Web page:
Most historians agree that the stock market crash of October 1929 did not "cause" the Great Depression. It was the most visible and symbolic event ushering in the worst of it all, but the economy actually began sliding downhill years before.

The reigning economic philosophy of the Roaring Twenties was laissez-faire ("leave it alone" or "let it be.") This was the belief that markets always know best and that government should not regulate or otherwise interfere with their self-correcting operations. The policy was most strictly applied during the Republican presidencies of Warren Harding (1920-1923) and Calvin Coolidge (1923-1928).

Herbert Hoover (president from 1929-1933) also held a deep faith in individualism and the magic of the market, but was not quite the laissez-faire ideologue that Coolidge and Harding were. Just before Roosevelt and his advisors took over the White House in 1933, Hoover was to complain that the "brain trust and their superiors are now announcing to the world that the social thesis of laissez-faire died on March 4. I wish they would add a professor of history to the brain trust."

In fact, Hoover did respond to the deepening crisis through government action. As the time line in the next section will show, however, almost all this intervention occurred during his last year in office, long after the damage had already been done. Hoover lost the election in a landslide because the public perceived he had not done enough to arrest the plunging economy.

However, if you look at the economy even before Hoover took office in March 1929, or the stock market crash seven months later, it becomes clear the Depression had deep roots that extended back many years.

In describing the Roaring Twenties, it is interesting to note that they bear many striking resemblances to the 1980s. Both eras were dominated by Republican presidents who slashed government regulation and anti-trust enforcement. Both saw a wave of mergers and the rise of monopolies. Both saw labor unions decline in membership and influence. During the Roaring Twenties, the top tax rate was cut from 73 to 25 percent; during the 80s, this was cut from 70 to 28 percent. Both eventually allowed the richest 1 percent to own 40 percent of the nation's wealth, with middle class income either stagnating or declining. Both saw disinflation caused by tight monetary policies, sinking commodity prices and high real interest rates. Both saw the stock market soar to unrealistic heights amidst a reckless orgy of debt. And both saw massive stock market crashes (in '29 and '87) as the speculation bubble burst. Fortunately, the Fed today knows how to lessen the severity of recessions, which may explain why the recession of 90-92 did not worsen into a depression.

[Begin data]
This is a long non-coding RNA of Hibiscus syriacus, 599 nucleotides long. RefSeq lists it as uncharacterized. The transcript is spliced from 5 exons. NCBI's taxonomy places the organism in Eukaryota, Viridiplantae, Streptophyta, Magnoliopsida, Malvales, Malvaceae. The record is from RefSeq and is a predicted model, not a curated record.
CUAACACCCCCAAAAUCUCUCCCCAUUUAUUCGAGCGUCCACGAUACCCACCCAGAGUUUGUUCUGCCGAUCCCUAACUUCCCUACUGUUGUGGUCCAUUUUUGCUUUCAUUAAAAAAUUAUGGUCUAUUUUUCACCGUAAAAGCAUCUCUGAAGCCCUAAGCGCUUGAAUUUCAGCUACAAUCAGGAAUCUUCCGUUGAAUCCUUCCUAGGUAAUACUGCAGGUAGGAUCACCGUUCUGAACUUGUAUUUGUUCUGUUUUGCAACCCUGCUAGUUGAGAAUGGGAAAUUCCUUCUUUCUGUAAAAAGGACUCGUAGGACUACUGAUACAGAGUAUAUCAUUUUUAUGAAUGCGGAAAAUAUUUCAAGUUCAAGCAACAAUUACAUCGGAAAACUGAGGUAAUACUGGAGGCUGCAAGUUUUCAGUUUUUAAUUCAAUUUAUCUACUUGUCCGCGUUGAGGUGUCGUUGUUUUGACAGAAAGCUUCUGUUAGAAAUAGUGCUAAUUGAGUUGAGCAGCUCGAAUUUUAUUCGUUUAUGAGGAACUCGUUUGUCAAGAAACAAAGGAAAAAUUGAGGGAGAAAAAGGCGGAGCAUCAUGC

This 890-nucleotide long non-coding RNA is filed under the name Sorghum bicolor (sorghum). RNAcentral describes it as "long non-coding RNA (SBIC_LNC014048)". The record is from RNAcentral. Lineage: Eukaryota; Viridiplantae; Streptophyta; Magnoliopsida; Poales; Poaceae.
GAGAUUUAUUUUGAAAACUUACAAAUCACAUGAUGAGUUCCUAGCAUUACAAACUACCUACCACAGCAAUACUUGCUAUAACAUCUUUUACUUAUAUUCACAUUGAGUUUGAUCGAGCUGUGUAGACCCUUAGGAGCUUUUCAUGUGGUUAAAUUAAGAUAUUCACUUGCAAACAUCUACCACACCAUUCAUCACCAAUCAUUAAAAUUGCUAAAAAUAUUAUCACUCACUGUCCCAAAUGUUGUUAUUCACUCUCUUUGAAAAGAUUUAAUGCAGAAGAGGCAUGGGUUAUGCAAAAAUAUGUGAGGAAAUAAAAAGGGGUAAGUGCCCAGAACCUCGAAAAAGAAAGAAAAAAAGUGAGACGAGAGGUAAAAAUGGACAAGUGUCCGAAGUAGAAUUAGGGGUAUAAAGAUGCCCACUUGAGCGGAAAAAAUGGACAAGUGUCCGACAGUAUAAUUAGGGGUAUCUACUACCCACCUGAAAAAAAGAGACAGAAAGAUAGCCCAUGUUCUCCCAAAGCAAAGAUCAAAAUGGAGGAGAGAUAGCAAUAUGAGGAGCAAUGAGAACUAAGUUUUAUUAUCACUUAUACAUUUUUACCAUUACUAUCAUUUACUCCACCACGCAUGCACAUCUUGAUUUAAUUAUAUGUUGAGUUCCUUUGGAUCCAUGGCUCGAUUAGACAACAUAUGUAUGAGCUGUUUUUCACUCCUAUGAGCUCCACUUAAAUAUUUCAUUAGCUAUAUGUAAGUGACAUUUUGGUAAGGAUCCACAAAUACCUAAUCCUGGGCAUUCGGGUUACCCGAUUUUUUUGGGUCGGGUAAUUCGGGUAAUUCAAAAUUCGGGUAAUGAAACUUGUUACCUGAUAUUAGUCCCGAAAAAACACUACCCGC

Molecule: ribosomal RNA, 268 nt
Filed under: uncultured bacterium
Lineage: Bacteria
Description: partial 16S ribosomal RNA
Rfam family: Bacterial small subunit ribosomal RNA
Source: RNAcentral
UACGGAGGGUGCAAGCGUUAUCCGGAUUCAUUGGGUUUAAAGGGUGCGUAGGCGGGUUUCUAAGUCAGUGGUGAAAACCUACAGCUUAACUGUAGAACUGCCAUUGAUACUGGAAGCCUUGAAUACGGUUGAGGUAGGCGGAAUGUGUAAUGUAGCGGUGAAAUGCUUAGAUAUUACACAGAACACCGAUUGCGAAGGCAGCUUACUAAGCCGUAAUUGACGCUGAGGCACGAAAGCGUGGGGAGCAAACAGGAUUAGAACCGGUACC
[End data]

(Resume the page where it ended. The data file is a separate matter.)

Laissez-faire in the Roaring Twenties created an economy filled with paradoxes and inequality. While manufacturing, finance and services all enjoyed high times, agriculture, mining and energy struggled with their own depressions throughout the decade. The stock market would go through the roof, despite the fact that the economy itself was structurally flawed. Phenomenal economic growth was centered in only two industries: construction and automobile manufacturing. Even these two star industries would begin contracting in the year before the stock market crash.

The banking sector is a vivid example of the results of deregulation and unenforced anti-trust laws. The biggest banks never did better. Other banks found themselves in constant trouble, with 600 banks failing each year. Although most were conservative in making their loans, many did not have adequate reserves to cover defaults, which were especially common among farmers. The lack of a banking watchdog allowed some bankers to speculate wildly on the stock market or make foolish loans. There was also no Federal Deposit Insurance Corporation (FDIC) that protected and regulated customers' banking deposits. As a result, customers frequently paid for the sins of their bankers. And the lack of a federal safety net often turned temporary banking troubles into permanent bankruptcies.

For most of the Roaring Twenties, the economy grew as long as its capital facilities grew (factories, warehouses, heavy equipment, etc.). But by the time the stock market crashed, there was so much plant space producing so many goods that the backlog of inventory was three times greater than normal. Half of America was living at or below the minimum subsistence level and could not afford to buy these products. Factory workers were paid so little that they often could not afford the goods they were producing.

According to Say's Law, "supply creates its own demand." A glut of goods on the market is supposed to be impossible, because the public's demand is infinite; therefore, there can only be shortages of supply. Say's Law is a favorite among conservatives, even though mainstream economists debunked this 18th century "law" over 60 years ago. It is a fact of economics that all recessions are preceded by a glut of goods on the market, and this was especially true before the stock market crash of '29. Supply was everywhere; demand nowhere. Why? Because a growing number of poor people chose to hoard their money rather than spend it. This is a rational anti-poverty strategy for individuals, but it has unintended and damaging consequences for the group.

The worsening of the economy in the years before the stock market crash is troubling for conservative defenders of the Roaring Twenties. The economic policies were strictly Republican; there was no Big Government to blame for the onset of the Depression. Money was based on the gold standard, yet another pet conservative ideology. The tax burden was the lightest since World War I to this day. Yet even before October 29, 1929, it was clear that the economy was in trouble and that things were only going to get worse.

Return to Overview